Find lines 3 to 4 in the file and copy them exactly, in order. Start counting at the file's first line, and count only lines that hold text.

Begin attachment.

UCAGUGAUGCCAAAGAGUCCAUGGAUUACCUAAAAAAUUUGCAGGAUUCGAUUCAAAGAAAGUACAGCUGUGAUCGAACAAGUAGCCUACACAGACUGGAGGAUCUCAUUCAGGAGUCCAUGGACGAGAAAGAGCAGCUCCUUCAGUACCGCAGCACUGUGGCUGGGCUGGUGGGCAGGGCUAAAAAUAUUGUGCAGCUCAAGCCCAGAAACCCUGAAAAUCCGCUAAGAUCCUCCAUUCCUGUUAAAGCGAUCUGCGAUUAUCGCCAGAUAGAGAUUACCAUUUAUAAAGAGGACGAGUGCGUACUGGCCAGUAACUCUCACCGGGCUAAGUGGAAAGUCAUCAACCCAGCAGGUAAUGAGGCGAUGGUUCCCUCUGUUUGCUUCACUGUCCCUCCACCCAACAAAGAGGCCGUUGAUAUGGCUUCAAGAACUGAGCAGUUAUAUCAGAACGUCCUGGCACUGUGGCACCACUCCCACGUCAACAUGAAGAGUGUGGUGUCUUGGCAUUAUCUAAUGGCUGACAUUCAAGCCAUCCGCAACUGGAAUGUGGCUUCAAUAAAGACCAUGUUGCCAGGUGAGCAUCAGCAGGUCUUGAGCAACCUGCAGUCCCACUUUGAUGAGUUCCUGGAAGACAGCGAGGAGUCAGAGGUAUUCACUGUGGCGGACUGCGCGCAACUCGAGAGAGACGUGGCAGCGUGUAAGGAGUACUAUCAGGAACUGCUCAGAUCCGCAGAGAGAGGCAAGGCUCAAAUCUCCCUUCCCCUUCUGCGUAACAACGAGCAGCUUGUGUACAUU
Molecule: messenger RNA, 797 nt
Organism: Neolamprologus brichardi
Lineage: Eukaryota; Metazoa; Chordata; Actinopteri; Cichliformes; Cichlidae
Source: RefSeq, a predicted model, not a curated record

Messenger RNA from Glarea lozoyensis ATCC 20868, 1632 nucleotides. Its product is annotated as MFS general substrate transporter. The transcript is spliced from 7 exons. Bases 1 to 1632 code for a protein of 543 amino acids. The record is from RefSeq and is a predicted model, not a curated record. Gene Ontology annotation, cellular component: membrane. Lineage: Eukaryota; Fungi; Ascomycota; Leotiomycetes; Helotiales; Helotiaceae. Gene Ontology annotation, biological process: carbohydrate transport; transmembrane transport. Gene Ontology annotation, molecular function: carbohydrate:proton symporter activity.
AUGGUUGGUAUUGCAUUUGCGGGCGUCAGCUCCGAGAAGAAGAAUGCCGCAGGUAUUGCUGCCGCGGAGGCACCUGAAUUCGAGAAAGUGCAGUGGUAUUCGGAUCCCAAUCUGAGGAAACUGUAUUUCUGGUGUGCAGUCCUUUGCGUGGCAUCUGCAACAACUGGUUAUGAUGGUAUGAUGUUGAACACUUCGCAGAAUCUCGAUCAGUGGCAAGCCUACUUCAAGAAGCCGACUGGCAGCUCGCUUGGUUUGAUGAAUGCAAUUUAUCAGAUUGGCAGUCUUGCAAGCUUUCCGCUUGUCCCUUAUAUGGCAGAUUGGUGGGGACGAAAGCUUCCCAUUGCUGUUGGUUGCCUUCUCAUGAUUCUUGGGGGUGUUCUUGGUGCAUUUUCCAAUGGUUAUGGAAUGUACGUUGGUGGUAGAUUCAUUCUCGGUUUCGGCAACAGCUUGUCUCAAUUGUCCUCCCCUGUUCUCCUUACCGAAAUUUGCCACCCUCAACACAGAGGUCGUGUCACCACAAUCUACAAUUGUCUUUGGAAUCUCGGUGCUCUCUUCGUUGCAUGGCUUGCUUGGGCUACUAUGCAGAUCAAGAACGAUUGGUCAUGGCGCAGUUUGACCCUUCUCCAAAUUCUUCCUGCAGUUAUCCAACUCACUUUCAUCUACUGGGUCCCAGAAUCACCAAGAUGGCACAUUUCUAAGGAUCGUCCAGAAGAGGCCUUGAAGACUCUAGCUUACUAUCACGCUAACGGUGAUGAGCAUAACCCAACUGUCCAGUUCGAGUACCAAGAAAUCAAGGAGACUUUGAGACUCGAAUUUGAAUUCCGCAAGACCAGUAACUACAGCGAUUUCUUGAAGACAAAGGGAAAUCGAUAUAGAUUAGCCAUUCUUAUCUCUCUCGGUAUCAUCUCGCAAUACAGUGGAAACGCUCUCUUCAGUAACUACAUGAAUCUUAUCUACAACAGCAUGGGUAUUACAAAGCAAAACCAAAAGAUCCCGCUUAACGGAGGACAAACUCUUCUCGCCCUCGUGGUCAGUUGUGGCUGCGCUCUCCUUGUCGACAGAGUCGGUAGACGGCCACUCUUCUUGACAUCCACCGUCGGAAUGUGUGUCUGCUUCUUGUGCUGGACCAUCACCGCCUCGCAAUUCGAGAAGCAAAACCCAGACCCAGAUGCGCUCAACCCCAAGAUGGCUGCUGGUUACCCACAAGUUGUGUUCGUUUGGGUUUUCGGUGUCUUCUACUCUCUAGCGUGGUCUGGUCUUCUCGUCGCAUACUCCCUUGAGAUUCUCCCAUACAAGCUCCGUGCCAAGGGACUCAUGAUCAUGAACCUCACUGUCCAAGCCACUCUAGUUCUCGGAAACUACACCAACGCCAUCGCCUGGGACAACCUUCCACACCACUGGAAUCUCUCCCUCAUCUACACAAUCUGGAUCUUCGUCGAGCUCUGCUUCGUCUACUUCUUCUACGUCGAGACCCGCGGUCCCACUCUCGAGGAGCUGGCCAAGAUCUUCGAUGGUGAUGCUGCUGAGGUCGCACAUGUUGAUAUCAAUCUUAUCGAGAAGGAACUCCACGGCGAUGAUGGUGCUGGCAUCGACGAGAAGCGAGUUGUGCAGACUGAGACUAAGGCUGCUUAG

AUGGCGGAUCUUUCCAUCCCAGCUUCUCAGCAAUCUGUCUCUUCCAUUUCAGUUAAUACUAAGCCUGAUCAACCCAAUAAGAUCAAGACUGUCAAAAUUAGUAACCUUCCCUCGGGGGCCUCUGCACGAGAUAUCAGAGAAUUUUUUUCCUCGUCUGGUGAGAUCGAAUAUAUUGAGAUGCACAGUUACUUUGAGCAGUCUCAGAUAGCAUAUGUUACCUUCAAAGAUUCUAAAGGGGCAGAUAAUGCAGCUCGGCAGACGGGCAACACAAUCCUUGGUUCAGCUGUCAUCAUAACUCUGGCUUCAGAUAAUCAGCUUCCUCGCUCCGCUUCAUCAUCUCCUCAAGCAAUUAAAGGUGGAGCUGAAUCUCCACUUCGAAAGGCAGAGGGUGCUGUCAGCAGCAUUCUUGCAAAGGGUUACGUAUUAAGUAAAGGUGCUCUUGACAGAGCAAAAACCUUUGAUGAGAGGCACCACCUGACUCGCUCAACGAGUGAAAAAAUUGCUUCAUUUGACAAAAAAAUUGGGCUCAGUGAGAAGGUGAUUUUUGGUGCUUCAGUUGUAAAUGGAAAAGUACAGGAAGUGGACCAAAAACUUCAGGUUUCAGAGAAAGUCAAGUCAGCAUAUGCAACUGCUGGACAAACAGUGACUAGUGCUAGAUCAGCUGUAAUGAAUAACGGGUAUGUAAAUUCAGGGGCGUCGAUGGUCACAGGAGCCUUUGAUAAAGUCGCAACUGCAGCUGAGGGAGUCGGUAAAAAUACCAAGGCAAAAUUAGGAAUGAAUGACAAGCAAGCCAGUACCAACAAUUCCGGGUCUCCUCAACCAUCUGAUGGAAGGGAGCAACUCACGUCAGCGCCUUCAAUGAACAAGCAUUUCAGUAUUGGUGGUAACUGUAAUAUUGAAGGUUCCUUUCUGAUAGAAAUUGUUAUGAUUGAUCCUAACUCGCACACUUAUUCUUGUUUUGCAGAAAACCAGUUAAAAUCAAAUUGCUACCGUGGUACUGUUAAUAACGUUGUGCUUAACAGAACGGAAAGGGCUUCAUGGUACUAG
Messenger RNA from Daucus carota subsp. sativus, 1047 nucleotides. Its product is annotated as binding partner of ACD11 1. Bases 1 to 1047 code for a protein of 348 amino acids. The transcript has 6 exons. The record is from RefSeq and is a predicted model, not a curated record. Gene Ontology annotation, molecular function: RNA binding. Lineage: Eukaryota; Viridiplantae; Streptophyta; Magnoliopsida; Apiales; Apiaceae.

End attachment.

Organism: Neolamprologus brichardi
Lineage: Eukaryota; Metazoa; Chordata; Actinopteri; Cichliformes; Cichlidae